When this land became a romantic part of the Bulgarian historical destiny
When we talk about Northern Macedonia today, in the public consciousness we mostly fulfill the disputes about our common historical past, which are played out especially between the politicians in Bulgaria and Northern Macedonia.
Although both we and our southern neighbor, my new governments, which many are watching, see as a precondition for the normalization of relations between the countries for the purpose of renewed dialogue, there are many who believe that such progress would be pro forma if the differences in interpretations in the direction of history are not cleared up. In fact, only the European future of Northern Macedonia is the way to restore the historical accumulations caused by the Balkan nations’ quest for self-assertion.
It is difficult to expect a quality reading of the historical facts, especially when it comes to their multi-layered accumulation over the centuries, as there is on the Balkan Peninsula. Only 40 years ago there were 4 countries in the Balkans – Bulgaria, Yugoslavia, Albania and Greece, and today this number has swelled because the breakup of Yugoslavia leads to the establishment of 7 new countries –
Serbia, Macedonia, Croatia, Slovenia, Bosnia and Herzegovina, Montenegro and Kosovo.
Although Bulgaria was the first to recognize their independence under the name “Republic of Macedonia”, used in the word Macedonia, it met resistance from Greece, according to which this name could be a prerequisite for future territorial claims.
Because of this dispute, the UN and the EU recognize the country using the name “Former Yugoslav Republic of Macedonia”.
This remains until the signing of the Prespa Agreement between the two countries in 2018, which puts an end to the saga of the name of the former Yugoslav republic. With it, the country is renamed the Republic of Northern Macedonia, and Greece supports its membership in NATO and the EU. It remains a small step towards full accession to northern Macedonia.
According to historians, other issues on Macedonia are on the agenda of the 19th century, and that of the second half. And it is part of the broader process of reaffirming the young Balkan states in the collapse of the Ottoman Empire. And the geographical area of Macedonia is right between the two strongest countries in the Balkans during the Middle Ages – Bulgaria and Serbia.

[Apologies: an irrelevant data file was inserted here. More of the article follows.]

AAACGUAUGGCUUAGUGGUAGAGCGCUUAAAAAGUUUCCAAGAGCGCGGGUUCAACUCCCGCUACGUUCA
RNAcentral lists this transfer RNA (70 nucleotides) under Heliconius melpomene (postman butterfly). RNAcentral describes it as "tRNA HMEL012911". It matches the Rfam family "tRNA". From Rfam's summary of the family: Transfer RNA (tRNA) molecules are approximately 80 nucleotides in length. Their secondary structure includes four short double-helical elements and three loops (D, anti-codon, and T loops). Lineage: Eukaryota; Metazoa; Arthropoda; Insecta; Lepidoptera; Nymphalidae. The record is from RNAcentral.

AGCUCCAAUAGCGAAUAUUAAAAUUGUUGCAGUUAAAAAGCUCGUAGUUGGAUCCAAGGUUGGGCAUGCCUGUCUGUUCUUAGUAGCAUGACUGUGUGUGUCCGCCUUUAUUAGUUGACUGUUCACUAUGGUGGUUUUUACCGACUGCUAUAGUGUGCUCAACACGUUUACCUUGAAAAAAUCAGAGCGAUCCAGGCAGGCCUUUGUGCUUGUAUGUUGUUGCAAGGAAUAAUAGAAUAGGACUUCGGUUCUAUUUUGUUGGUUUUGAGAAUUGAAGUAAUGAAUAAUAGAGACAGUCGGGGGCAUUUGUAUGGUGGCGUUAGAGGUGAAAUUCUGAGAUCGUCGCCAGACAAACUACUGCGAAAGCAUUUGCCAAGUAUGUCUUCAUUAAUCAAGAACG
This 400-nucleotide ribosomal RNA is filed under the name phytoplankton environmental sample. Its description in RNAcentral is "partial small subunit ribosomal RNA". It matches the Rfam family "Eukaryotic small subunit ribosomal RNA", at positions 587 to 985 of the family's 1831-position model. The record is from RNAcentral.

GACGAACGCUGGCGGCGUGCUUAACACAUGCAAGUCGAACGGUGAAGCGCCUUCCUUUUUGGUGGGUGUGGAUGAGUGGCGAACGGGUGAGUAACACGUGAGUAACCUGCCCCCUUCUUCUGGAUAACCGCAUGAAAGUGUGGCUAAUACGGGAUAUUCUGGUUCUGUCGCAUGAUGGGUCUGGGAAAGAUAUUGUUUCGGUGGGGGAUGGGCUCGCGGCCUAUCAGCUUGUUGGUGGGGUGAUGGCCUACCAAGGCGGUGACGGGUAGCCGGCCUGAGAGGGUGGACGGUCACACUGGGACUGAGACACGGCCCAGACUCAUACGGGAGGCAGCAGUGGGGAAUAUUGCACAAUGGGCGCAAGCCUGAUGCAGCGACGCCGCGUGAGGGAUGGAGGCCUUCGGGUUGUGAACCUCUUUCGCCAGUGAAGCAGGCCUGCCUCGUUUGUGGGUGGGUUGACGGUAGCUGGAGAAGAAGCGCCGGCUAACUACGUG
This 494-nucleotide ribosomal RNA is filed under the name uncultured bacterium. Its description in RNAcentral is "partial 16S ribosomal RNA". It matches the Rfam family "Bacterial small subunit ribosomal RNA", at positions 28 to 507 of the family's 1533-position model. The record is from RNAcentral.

But where does her name come from and how did she become the romantic part of the Bulgarian historical court?
There is no exact answer to confirm the name in the Middle Ages, but it is assumed that it is most likely due to the relocation of soldiers from the Greco-Roman region of Macedonia to Eastern Thrace, who bear the name of the region.
In 681, two Bulgarian states were established in the Balkans – Asparuhova Bulgaria, located above the Balkan Mountains, on the Danube and the Northern Black Sea coast, and Kuberova Bulgaria – in the fields of Prilep, Bitola and Florina. This is mostly from the Khan Ter-ran inscription under the Madara Horseman, which reads “…. my uncles in Thessaloniki”. In practice, in the ninth century, the two early Bulgarian states merged.
Macedonia is beginning to
becomes Bulgarian when
the Bulgarians conquer
The Sofia field
– the geographical center of the Balkans. The next Khan Presian imposed Bulgarian rule in today’s geographical area of Macedonia. In the ninth and tenth centuries it was under Bulgarian rule and the same processes of consolidation of the medieval nation took place there as in other territories based on Christianity, the common language and the common ruler. After the Sofia plain was conquered in 809 and in the following years it was mastered, the Bulgarians spread along the Struma, Mesta and Vardar rivers.
For its part, the Serbian medieval nation is consolidating around the Raska region, which is used extensively in Serbian sources as a synonym for Serbia. Raska was originally located on the upper reaches of the Ibar, Lim and Drin rivers, west of the Kopaonik Mountains, and later stretched from the Mediterranean coast, even making an unsuccessful attempt to capture Dubrovnik.
According to historians, the first attempts at
Serbian extension to
Macedonia soil at
the first representatives
of the Nemanichi dynasty,